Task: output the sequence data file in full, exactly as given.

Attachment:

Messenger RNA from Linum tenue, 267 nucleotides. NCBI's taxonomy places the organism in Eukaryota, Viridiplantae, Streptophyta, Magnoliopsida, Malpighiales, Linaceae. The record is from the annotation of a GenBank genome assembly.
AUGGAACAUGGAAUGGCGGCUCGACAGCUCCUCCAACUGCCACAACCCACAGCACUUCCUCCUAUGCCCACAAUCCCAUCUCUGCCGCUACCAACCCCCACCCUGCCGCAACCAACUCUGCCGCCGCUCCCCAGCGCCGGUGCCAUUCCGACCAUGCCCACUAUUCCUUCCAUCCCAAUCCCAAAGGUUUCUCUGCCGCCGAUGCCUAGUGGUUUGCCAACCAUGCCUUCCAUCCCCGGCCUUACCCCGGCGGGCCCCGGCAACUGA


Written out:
Messenger RNA from Linum tenue, 267 nucleotides. NCBI's taxonomy places the organism in Eukaryota, Viridiplantae, Streptophyta, Magnoliopsida, Malpighiales, Linaceae. The record is from the annotation of a GenBank genome assembly.
AUGGAACAUGGAAUGGCGGCUCGACAGCUCCUCCAACUGCCACAACCCACAGCACUUCCUCCUAUGCCCACAAUCCCAUCUCUGCCGCUACCAACCCCCACCCUGCCGCAACCAACUCUGCCGCCGCUCCCCAGCGCCGGUGCCAUUCCGACCAUGCCCACUAUUCCUUCCAUCCCAAUCCCAAAGGUUUCUCUGCCGCCGAUGCCUAGUGGUUUGCCAACCAUGCCUUCCAUCCCCGGCCUUACCCCGGCGGGCCCCGGCAACUGA